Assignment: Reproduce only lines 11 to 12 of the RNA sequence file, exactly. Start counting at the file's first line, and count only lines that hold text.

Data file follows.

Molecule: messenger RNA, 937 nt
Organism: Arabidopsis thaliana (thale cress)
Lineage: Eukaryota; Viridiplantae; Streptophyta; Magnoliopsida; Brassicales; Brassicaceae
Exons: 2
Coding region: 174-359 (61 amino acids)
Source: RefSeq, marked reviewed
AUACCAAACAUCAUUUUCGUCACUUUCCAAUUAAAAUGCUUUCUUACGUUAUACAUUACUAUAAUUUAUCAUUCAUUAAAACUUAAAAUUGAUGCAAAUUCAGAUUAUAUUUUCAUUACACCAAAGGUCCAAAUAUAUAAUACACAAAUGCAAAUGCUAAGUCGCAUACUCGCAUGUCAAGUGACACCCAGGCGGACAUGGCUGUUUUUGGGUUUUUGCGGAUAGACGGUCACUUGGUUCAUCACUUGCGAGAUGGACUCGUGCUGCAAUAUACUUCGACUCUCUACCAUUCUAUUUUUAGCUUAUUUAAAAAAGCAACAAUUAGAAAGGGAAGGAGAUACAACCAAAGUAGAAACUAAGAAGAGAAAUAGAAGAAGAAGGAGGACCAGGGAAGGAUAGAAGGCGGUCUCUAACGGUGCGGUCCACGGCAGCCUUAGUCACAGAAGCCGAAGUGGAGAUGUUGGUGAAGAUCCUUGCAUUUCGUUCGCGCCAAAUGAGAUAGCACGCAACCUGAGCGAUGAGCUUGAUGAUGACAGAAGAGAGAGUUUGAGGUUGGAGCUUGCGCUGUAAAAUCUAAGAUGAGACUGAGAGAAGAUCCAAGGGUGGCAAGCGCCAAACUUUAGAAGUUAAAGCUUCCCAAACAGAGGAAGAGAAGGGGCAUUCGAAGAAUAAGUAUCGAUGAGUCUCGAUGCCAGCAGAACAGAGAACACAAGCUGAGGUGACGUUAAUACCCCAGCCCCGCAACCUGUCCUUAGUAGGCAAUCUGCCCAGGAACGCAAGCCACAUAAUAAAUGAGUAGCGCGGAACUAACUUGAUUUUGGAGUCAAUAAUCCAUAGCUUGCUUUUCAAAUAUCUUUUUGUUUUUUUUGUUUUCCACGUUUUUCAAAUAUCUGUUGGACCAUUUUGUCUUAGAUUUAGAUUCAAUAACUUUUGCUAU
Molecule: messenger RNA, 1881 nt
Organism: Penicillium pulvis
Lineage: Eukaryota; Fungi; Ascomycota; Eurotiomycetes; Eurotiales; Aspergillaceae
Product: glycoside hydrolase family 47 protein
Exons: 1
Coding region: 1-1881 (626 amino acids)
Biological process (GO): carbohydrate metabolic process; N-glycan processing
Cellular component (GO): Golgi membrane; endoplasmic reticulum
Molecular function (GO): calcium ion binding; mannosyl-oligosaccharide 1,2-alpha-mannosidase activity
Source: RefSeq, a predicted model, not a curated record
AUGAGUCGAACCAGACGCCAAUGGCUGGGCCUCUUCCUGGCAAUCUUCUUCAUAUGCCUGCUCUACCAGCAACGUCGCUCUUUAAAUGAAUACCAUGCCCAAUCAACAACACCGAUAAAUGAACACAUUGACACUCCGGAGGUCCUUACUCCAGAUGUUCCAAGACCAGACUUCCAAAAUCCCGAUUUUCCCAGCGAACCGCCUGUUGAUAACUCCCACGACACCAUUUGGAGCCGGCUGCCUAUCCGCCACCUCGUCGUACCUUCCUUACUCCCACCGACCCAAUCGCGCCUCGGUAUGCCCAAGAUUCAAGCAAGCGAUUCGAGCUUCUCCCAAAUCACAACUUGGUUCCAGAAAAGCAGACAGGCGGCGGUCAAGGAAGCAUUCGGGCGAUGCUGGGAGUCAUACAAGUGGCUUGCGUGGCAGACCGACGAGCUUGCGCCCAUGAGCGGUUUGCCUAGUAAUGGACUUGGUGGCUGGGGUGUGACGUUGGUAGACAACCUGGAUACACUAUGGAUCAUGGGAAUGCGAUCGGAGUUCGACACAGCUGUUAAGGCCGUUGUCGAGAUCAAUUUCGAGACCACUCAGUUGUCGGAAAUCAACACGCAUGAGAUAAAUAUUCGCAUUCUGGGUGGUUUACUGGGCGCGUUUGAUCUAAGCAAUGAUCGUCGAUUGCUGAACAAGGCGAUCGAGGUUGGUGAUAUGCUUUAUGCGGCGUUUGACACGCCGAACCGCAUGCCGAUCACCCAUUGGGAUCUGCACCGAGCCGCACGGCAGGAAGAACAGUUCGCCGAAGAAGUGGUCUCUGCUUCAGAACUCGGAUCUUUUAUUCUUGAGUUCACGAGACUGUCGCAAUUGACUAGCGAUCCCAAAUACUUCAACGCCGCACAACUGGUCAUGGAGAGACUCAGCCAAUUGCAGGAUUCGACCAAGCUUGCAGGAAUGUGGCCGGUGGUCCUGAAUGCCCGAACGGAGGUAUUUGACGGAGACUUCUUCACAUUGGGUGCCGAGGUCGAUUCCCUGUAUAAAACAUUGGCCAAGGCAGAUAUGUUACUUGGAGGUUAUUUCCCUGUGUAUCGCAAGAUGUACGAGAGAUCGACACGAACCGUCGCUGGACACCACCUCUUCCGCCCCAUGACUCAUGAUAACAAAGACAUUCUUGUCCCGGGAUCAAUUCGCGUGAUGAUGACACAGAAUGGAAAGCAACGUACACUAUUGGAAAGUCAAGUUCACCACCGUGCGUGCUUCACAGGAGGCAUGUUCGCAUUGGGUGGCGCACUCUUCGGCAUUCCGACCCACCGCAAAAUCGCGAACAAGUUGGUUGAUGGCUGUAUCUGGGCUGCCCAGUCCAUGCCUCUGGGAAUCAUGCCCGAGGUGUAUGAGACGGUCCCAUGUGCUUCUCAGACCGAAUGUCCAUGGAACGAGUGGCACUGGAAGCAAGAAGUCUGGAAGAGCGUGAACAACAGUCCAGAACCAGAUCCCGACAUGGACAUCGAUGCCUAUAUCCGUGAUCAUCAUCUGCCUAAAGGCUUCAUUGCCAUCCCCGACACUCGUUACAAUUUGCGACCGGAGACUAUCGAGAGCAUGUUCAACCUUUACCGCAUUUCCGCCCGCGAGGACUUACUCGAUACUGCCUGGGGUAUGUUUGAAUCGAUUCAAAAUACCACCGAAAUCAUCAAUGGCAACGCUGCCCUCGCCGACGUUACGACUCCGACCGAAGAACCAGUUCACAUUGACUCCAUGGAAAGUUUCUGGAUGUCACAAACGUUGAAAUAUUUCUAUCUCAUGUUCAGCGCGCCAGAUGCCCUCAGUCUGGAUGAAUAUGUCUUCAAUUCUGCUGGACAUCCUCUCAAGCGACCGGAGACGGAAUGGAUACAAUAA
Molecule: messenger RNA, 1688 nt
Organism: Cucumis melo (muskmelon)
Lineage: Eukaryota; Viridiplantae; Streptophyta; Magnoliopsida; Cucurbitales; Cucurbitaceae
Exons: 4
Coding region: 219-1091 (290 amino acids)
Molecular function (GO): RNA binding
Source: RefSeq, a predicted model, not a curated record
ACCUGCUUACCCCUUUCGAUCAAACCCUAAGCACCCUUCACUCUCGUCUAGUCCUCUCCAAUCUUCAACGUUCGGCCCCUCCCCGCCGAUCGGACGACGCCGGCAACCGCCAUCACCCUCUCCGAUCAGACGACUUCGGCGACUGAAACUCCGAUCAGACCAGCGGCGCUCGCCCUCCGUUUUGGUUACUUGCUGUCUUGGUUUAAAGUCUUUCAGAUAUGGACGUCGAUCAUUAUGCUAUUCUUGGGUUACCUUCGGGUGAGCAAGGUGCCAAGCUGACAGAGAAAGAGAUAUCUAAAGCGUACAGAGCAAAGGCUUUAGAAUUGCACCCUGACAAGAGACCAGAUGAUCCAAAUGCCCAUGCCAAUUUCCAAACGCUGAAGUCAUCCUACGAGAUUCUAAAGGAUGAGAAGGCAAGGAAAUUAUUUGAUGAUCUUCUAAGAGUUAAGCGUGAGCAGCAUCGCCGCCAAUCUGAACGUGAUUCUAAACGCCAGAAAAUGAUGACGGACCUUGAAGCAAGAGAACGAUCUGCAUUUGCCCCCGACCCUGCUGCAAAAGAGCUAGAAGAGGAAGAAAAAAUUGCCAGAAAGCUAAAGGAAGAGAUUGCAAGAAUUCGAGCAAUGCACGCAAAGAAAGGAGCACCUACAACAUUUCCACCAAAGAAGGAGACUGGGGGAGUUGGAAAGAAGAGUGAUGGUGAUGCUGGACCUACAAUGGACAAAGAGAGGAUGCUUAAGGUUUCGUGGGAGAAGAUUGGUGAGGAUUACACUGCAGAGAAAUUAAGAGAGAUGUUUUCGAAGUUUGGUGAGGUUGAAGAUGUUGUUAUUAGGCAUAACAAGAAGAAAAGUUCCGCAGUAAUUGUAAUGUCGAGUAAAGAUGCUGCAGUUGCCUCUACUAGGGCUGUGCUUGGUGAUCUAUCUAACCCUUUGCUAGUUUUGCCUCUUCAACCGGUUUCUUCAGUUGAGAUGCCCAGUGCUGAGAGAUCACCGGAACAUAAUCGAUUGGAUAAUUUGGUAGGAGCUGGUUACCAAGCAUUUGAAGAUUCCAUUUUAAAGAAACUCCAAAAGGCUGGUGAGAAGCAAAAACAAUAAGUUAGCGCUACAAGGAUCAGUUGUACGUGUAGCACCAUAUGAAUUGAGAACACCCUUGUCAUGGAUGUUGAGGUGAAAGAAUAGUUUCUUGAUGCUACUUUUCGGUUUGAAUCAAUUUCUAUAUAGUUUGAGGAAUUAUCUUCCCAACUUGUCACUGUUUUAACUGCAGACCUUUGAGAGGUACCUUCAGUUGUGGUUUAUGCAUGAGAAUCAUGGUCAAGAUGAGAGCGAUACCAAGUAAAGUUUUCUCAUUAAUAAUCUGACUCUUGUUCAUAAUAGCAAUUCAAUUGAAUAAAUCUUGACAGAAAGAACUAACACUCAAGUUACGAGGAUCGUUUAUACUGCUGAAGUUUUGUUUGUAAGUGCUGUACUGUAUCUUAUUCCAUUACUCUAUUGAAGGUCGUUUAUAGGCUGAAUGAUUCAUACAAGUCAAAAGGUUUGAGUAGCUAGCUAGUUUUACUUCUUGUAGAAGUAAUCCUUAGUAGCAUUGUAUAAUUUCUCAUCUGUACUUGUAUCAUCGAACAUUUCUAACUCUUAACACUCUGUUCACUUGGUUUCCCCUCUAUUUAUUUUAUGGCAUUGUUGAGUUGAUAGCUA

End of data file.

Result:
Product: glycoside hydrolase family 47 protein
Exons: 1